Monday, February 26, 2018

Meet Baby Fay

Thankfully, the mother sending a picture of her darling daughterfive weeks and two days after her birth, to be precisehappened to sign the photo postcard with her full name and city of residence. That makes things a tad easier for us, now one hundred years after the fact, as we try to figure out how to return the abandoned treasure to an interested family member.

We know, for instance, that the mother shown in the photograph was named Hallie Randall, and that she lived in Bandon, Oregon.

Because the photograph came on the format of an Azo postcard, we can tell from the direction of the tiny arrows in the four corners of the stamp boxall four facing upwardsthat the card was used between the years of 1904 and 1918.

The photograph on the front of the card gives a sweet profile of the young mother and her infantas we'll discover later, her firstborn. But to simply head to the United States census for Bandon, Oregoneither in 1910 or 1920to find a Hallie Randall with baby daughter Fay, knew that would be too easy. Of course there is going to be a problem with such a straightforward approach.

There was a baby Fay with mother Hallie, of course, but not where we'd have expected them. It took a little more searchingthough not muchto discover not only where the family set up housekeeping, but who the baby's father was, as well as to learn that "Fay" was actually the baby's nickname. Her full name was Fayetta Mae Randall.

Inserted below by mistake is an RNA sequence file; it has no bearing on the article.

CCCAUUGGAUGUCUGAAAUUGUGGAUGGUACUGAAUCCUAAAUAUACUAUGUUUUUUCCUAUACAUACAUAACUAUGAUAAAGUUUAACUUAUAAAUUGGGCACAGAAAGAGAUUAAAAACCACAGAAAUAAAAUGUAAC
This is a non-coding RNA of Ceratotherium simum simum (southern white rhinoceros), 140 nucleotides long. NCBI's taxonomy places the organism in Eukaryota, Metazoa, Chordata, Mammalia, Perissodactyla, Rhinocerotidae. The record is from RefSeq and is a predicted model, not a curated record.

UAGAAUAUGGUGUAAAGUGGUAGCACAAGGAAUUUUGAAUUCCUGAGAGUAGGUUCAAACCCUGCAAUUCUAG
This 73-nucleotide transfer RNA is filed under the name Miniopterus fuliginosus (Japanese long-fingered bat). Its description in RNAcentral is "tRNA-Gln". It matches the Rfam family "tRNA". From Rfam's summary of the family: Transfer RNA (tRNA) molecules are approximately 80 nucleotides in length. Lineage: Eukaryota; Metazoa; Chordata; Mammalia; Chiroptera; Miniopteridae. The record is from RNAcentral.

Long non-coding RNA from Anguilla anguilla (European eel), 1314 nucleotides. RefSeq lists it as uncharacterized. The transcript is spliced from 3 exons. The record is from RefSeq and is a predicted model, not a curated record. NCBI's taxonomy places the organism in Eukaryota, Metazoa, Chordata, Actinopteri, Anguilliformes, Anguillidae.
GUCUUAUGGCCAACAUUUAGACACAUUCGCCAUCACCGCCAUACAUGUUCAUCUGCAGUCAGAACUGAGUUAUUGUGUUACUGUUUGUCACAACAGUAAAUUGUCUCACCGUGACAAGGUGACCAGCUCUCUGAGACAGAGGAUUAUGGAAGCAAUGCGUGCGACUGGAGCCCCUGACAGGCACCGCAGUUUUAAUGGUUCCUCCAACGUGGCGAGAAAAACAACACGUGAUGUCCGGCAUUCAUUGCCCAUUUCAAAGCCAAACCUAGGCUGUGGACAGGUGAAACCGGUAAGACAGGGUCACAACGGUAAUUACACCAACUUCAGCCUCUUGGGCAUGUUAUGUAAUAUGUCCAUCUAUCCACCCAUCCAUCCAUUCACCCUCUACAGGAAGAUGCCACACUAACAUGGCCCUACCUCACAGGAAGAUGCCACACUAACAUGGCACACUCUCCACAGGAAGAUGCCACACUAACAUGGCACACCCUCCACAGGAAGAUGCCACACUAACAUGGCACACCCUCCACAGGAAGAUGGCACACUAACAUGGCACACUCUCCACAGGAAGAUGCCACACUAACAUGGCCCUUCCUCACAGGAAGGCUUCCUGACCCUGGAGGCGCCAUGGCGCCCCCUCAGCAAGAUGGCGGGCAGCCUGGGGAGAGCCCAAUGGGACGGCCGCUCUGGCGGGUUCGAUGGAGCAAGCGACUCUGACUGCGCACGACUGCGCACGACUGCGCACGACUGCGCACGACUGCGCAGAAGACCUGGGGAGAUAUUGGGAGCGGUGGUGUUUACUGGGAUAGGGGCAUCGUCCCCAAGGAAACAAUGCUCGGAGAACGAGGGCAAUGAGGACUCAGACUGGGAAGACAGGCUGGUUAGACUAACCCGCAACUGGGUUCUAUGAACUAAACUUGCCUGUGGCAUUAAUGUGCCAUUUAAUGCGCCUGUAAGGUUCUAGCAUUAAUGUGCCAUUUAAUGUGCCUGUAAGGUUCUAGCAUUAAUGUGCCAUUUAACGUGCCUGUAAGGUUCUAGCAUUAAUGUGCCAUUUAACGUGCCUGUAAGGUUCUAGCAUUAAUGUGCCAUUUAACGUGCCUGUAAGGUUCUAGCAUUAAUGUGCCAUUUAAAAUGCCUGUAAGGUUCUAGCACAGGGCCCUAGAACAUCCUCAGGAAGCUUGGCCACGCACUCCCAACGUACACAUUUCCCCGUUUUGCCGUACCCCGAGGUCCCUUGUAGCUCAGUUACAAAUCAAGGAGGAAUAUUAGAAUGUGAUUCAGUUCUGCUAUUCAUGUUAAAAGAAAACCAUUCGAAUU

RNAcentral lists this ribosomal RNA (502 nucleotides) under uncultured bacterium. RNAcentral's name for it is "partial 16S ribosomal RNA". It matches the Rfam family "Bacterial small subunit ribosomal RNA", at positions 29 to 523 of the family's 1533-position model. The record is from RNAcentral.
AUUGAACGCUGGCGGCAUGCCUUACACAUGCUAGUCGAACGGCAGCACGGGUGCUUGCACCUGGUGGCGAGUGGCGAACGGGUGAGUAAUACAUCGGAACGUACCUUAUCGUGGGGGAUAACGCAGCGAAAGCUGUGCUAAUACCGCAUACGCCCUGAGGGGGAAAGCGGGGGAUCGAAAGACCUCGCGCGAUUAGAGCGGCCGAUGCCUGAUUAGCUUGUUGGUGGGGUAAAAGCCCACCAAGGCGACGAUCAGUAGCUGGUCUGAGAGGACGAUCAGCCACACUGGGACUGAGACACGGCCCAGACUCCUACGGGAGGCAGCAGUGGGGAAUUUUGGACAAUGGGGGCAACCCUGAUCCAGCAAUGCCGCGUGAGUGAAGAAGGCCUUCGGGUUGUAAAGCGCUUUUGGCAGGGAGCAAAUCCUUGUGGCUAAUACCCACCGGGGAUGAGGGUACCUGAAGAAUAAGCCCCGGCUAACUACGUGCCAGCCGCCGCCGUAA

Above: Azo postcard from Bandon, Oregon, labeled "Baby Fay Randall and Mother," circa 1918. Postcard from Hallie Randall currently in possession of the author.


  1. Were you able to find family for this photo? I think Hallie and Fay may be relatives by marriage. My grandmother's cousin, Mae Simpson (1893-1975) married a man named Arthur Garfield Randall. They shared a home with her parents at Cranberry Corners in Bandon, Oregon, and were cranberry growers. Arthur had several older half siblings: Frank (wife Jane), May, Henry, and Eddie. It is possible that one of these siblings also moved from Minnesota to Oregon.

    On your earlier posts about this postcard, you mentioned that you didn't think it had been mailed. It probably was, but as an enclosure in a longer letter. Mae Simpson Randall and her mother, Mary Hill Simpson, both did this when writing to my grandmother and g-grandmother.

    1. Yes, Baby Fay did make it home to relatives, by early March of 2018. Between this original post and the conclusion of the story, I shared quite a few details here at A Family Tapestry on what I learned about Baby Fay's family.

      If you'd like to read about it, you can either click "Randall" on the keyword list at the end of the article (above the comment section on this post), or just read the whole series of articles by clicking here. As is usual in blogging fashion, the uppermost post is the most recent one. If you prefer starting from the beginning of the story, scroll to the bottom of the listing on that link and read upward.


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